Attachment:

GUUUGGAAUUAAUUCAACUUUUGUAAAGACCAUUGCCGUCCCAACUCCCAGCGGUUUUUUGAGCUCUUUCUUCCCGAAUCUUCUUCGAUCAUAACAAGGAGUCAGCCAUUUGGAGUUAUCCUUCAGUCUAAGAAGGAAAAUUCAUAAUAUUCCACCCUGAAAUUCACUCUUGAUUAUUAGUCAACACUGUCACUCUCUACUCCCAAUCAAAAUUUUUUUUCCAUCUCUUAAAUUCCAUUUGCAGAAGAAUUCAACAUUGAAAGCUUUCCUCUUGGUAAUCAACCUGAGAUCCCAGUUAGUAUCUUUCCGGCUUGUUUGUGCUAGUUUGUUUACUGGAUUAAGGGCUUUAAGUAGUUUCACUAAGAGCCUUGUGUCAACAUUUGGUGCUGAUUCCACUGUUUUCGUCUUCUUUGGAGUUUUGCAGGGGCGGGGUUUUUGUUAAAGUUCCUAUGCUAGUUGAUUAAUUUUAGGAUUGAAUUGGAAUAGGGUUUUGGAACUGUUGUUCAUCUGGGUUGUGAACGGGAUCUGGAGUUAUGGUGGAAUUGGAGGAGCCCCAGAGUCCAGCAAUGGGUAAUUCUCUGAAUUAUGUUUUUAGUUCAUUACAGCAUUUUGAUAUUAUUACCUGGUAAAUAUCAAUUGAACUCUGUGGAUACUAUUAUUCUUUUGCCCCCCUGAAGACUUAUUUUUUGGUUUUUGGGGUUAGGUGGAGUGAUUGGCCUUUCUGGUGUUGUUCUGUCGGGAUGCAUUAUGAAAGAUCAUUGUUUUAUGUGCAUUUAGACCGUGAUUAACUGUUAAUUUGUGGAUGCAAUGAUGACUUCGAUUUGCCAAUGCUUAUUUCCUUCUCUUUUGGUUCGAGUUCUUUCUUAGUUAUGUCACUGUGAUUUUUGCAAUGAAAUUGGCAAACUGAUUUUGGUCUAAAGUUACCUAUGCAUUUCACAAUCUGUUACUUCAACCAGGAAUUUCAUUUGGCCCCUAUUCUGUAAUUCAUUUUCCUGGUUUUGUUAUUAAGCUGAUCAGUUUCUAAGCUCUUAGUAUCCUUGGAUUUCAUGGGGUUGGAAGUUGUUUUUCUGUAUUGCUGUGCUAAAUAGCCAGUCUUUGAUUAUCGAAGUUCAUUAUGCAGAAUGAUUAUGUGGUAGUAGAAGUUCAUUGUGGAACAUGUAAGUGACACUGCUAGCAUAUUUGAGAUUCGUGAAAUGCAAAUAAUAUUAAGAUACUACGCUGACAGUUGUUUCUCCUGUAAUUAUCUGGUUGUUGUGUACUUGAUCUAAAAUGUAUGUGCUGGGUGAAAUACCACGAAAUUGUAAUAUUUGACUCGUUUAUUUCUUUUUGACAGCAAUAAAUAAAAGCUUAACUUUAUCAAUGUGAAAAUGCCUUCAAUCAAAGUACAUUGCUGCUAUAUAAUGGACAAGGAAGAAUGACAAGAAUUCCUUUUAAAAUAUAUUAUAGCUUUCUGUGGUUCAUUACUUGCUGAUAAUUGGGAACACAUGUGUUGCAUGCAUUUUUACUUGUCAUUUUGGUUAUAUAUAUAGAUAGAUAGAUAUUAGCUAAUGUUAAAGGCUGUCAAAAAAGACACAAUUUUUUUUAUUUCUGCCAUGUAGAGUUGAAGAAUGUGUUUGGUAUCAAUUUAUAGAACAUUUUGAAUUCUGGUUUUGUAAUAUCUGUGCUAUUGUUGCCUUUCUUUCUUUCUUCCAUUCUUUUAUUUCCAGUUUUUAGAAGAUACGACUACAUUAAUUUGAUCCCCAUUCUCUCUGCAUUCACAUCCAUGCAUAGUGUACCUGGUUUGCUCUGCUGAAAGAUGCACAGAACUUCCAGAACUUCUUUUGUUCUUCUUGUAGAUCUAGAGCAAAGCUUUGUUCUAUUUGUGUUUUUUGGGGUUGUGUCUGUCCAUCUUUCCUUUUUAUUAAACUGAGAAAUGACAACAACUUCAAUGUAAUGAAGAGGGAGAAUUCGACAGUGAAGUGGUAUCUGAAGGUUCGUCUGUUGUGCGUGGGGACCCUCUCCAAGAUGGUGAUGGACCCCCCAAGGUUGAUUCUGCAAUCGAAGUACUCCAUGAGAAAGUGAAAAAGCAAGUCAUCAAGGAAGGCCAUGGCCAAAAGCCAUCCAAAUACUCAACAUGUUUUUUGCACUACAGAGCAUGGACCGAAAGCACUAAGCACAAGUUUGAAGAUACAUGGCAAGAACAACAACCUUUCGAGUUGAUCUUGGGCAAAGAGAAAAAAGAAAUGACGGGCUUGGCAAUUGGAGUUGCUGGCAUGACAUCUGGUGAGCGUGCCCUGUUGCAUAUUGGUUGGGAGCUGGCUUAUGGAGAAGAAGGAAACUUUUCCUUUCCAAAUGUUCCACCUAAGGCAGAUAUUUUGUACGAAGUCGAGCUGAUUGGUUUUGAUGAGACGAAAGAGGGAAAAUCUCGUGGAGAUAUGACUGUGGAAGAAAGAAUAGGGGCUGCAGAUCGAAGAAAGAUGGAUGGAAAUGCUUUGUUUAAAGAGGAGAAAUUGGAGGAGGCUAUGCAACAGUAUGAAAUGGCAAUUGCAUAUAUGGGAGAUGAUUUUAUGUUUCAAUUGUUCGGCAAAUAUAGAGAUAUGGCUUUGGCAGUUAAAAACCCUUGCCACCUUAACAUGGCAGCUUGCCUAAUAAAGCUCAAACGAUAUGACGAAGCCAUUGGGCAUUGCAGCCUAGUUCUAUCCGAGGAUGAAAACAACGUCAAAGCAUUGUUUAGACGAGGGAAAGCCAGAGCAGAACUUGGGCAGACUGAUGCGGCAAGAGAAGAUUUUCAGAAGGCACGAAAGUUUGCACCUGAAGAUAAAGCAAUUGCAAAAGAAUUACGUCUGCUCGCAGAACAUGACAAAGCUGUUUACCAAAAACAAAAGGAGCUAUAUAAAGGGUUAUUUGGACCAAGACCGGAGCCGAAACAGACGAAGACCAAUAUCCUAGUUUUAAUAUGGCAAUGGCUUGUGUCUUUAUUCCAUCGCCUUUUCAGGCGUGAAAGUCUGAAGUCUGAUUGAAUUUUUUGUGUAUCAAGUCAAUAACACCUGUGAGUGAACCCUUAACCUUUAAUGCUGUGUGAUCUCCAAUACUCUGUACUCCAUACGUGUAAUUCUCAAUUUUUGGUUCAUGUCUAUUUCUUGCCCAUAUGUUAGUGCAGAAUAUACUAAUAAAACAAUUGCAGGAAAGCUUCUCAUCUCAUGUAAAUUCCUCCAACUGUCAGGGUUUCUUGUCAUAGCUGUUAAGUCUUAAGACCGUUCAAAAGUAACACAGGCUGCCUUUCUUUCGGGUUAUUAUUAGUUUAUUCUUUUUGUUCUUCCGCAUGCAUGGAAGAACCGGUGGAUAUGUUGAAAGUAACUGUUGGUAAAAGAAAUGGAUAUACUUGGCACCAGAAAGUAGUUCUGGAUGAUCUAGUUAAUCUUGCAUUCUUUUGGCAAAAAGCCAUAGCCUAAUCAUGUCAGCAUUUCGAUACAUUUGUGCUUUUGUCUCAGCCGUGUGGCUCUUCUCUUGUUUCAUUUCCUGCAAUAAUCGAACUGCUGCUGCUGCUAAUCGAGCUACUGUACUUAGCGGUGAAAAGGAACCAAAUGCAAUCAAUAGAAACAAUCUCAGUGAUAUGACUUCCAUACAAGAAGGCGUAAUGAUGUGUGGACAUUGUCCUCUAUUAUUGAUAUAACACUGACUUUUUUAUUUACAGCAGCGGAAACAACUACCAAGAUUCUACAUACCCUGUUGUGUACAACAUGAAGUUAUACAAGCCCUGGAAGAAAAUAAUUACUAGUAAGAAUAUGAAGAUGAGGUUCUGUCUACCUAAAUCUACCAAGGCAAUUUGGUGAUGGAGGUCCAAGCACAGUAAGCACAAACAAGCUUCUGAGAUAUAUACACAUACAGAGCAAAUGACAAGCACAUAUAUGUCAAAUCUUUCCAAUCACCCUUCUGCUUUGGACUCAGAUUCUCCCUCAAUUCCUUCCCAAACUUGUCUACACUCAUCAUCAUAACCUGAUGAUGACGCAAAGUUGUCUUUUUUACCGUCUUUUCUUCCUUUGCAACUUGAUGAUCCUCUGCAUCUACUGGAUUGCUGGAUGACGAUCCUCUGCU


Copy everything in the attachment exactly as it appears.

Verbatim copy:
GUUUGGAAUUAAUUCAACUUUUGUAAAGACCAUUGCCGUCCCAACUCCCAGCGGUUUUUUGAGCUCUUUCUUCCCGAAUCUUCUUCGAUCAUAACAAGGAGUCAGCCAUUUGGAGUUAUCCUUCAGUCUAAGAAGGAAAAUUCAUAAUAUUCCACCCUGAAAUUCACUCUUGAUUAUUAGUCAACACUGUCACUCUCUACUCCCAAUCAAAAUUUUUUUUCCAUCUCUUAAAUUCCAUUUGCAGAAGAAUUCAACAUUGAAAGCUUUCCUCUUGGUAAUCAACCUGAGAUCCCAGUUAGUAUCUUUCCGGCUUGUUUGUGCUAGUUUGUUUACUGGAUUAAGGGCUUUAAGUAGUUUCACUAAGAGCCUUGUGUCAACAUUUGGUGCUGAUUCCACUGUUUUCGUCUUCUUUGGAGUUUUGCAGGGGCGGGGUUUUUGUUAAAGUUCCUAUGCUAGUUGAUUAAUUUUAGGAUUGAAUUGGAAUAGGGUUUUGGAACUGUUGUUCAUCUGGGUUGUGAACGGGAUCUGGAGUUAUGGUGGAAUUGGAGGAGCCCCAGAGUCCAGCAAUGGGUAAUUCUCUGAAUUAUGUUUUUAGUUCAUUACAGCAUUUUGAUAUUAUUACCUGGUAAAUAUCAAUUGAACUCUGUGGAUACUAUUAUUCUUUUGCCCCCCUGAAGACUUAUUUUUUGGUUUUUGGGGUUAGGUGGAGUGAUUGGCCUUUCUGGUGUUGUUCUGUCGGGAUGCAUUAUGAAAGAUCAUUGUUUUAUGUGCAUUUAGACCGUGAUUAACUGUUAAUUUGUGGAUGCAAUGAUGACUUCGAUUUGCCAAUGCUUAUUUCCUUCUCUUUUGGUUCGAGUUCUUUCUUAGUUAUGUCACUGUGAUUUUUGCAAUGAAAUUGGCAAACUGAUUUUGGUCUAAAGUUACCUAUGCAUUUCACAAUCUGUUACUUCAACCAGGAAUUUCAUUUGGCCCCUAUUCUGUAAUUCAUUUUCCUGGUUUUGUUAUUAAGCUGAUCAGUUUCUAAGCUCUUAGUAUCCUUGGAUUUCAUGGGGUUGGAAGUUGUUUUUCUGUAUUGCUGUGCUAAAUAGCCAGUCUUUGAUUAUCGAAGUUCAUUAUGCAGAAUGAUUAUGUGGUAGUAGAAGUUCAUUGUGGAACAUGUAAGUGACACUGCUAGCAUAUUUGAGAUUCGUGAAAUGCAAAUAAUAUUAAGAUACUACGCUGACAGUUGUUUCUCCUGUAAUUAUCUGGUUGUUGUGUACUUGAUCUAAAAUGUAUGUGCUGGGUGAAAUACCACGAAAUUGUAAUAUUUGACUCGUUUAUUUCUUUUUGACAGCAAUAAAUAAAAGCUUAACUUUAUCAAUGUGAAAAUGCCUUCAAUCAAAGUACAUUGCUGCUAUAUAAUGGACAAGGAAGAAUGACAAGAAUUCCUUUUAAAAUAUAUUAUAGCUUUCUGUGGUUCAUUACUUGCUGAUAAUUGGGAACACAUGUGUUGCAUGCAUUUUUACUUGUCAUUUUGGUUAUAUAUAUAGAUAGAUAGAUAUUAGCUAAUGUUAAAGGCUGUCAAAAAAGACACAAUUUUUUUUAUUUCUGCCAUGUAGAGUUGAAGAAUGUGUUUGGUAUCAAUUUAUAGAACAUUUUGAAUUCUGGUUUUGUAAUAUCUGUGCUAUUGUUGCCUUUCUUUCUUUCUUCCAUUCUUUUAUUUCCAGUUUUUAGAAGAUACGACUACAUUAAUUUGAUCCCCAUUCUCUCUGCAUUCACAUCCAUGCAUAGUGUACCUGGUUUGCUCUGCUGAAAGAUGCACAGAACUUCCAGAACUUCUUUUGUUCUUCUUGUAGAUCUAGAGCAAAGCUUUGUUCUAUUUGUGUUUUUUGGGGUUGUGUCUGUCCAUCUUUCCUUUUUAUUAAACUGAGAAAUGACAACAACUUCAAUGUAAUGAAGAGGGAGAAUUCGACAGUGAAGUGGUAUCUGAAGGUUCGUCUGUUGUGCGUGGGGACCCUCUCCAAGAUGGUGAUGGACCCCCCAAGGUUGAUUCUGCAAUCGAAGUACUCCAUGAGAAAGUGAAAAAGCAAGUCAUCAAGGAAGGCCAUGGCCAAAAGCCAUCCAAAUACUCAACAUGUUUUUUGCACUACAGAGCAUGGACCGAAAGCACUAAGCACAAGUUUGAAGAUACAUGGCAAGAACAACAACCUUUCGAGUUGAUCUUGGGCAAAGAGAAAAAAGAAAUGACGGGCUUGGCAAUUGGAGUUGCUGGCAUGACAUCUGGUGAGCGUGCCCUGUUGCAUAUUGGUUGGGAGCUGGCUUAUGGAGAAGAAGGAAACUUUUCCUUUCCAAAUGUUCCACCUAAGGCAGAUAUUUUGUACGAAGUCGAGCUGAUUGGUUUUGAUGAGACGAAAGAGGGAAAAUCUCGUGGAGAUAUGACUGUGGAAGAAAGAAUAGGGGCUGCAGAUCGAAGAAAGAUGGAUGGAAAUGCUUUGUUUAAAGAGGAGAAAUUGGAGGAGGCUAUGCAACAGUAUGAAAUGGCAAUUGCAUAUAUGGGAGAUGAUUUUAUGUUUCAAUUGUUCGGCAAAUAUAGAGAUAUGGCUUUGGCAGUUAAAAACCCUUGCCACCUUAACAUGGCAGCUUGCCUAAUAAAGCUCAAACGAUAUGACGAAGCCAUUGGGCAUUGCAGCCUAGUUCUAUCCGAGGAUGAAAACAACGUCAAAGCAUUGUUUAGACGAGGGAAAGCCAGAGCAGAACUUGGGCAGACUGAUGCGGCAAGAGAAGAUUUUCAGAAGGCACGAAAGUUUGCACCUGAAGAUAAAGCAAUUGCAAAAGAAUUACGUCUGCUCGCAGAACAUGACAAAGCUGUUUACCAAAAACAAAAGGAGCUAUAUAAAGGGUUAUUUGGACCAAGACCGGAGCCGAAACAGACGAAGACCAAUAUCCUAGUUUUAAUAUGGCAAUGGCUUGUGUCUUUAUUCCAUCGCCUUUUCAGGCGUGAAAGUCUGAAGUCUGAUUGAAUUUUUUGUGUAUCAAGUCAAUAACACCUGUGAGUGAACCCUUAACCUUUAAUGCUGUGUGAUCUCCAAUACUCUGUACUCCAUACGUGUAAUUCUCAAUUUUUGGUUCAUGUCUAUUUCUUGCCCAUAUGUUAGUGCAGAAUAUACUAAUAAAACAAUUGCAGGAAAGCUUCUCAUCUCAUGUAAAUUCCUCCAACUGUCAGGGUUUCUUGUCAUAGCUGUUAAGUCUUAAGACCGUUCAAAAGUAACACAGGCUGCCUUUCUUUCGGGUUAUUAUUAGUUUAUUCUUUUUGUUCUUCCGCAUGCAUGGAAGAACCGGUGGAUAUGUUGAAAGUAACUGUUGGUAAAAGAAAUGGAUAUACUUGGCACCAGAAAGUAGUUCUGGAUGAUCUAGUUAAUCUUGCAUUCUUUUGGCAAAAAGCCAUAGCCUAAUCAUGUCAGCAUUUCGAUACAUUUGUGCUUUUGUCUCAGCCGUGUGGCUCUUCUCUUGUUUCAUUUCCUGCAAUAAUCGAACUGCUGCUGCUGCUAAUCGAGCUACUGUACUUAGCGGUGAAAAGGAACCAAAUGCAAUCAAUAGAAACAAUCUCAGUGAUAUGACUUCCAUACAAGAAGGCGUAAUGAUGUGUGGACAUUGUCCUCUAUUAUUGAUAUAACACUGACUUUUUUAUUUACAGCAGCGGAAACAACUACCAAGAUUCUACAUACCCUGUUGUGUACAACAUGAAGUUAUACAAGCCCUGGAAGAAAAUAAUUACUAGUAAGAAUAUGAAGAUGAGGUUCUGUCUACCUAAAUCUACCAAGGCAAUUUGGUGAUGGAGGUCCAAGCACAGUAAGCACAAACAAGCUUCUGAGAUAUAUACACAUACAGAGCAAAUGACAAGCACAUAUAUGUCAAAUCUUUCCAAUCACCCUUCUGCUUUGGACUCAGAUUCUCCCUCAAUUCCUUCCCAAACUUGUCUACACUCAUCAUCAUAACCUGAUGAUGACGCAAAGUUGUCUUUUUUACCGUCUUUUCUUCCUUUGCAACUUGAUGAUCCUCUGCAUCUACUGGAUUGCUGGAUGACGAUCCUCUGCU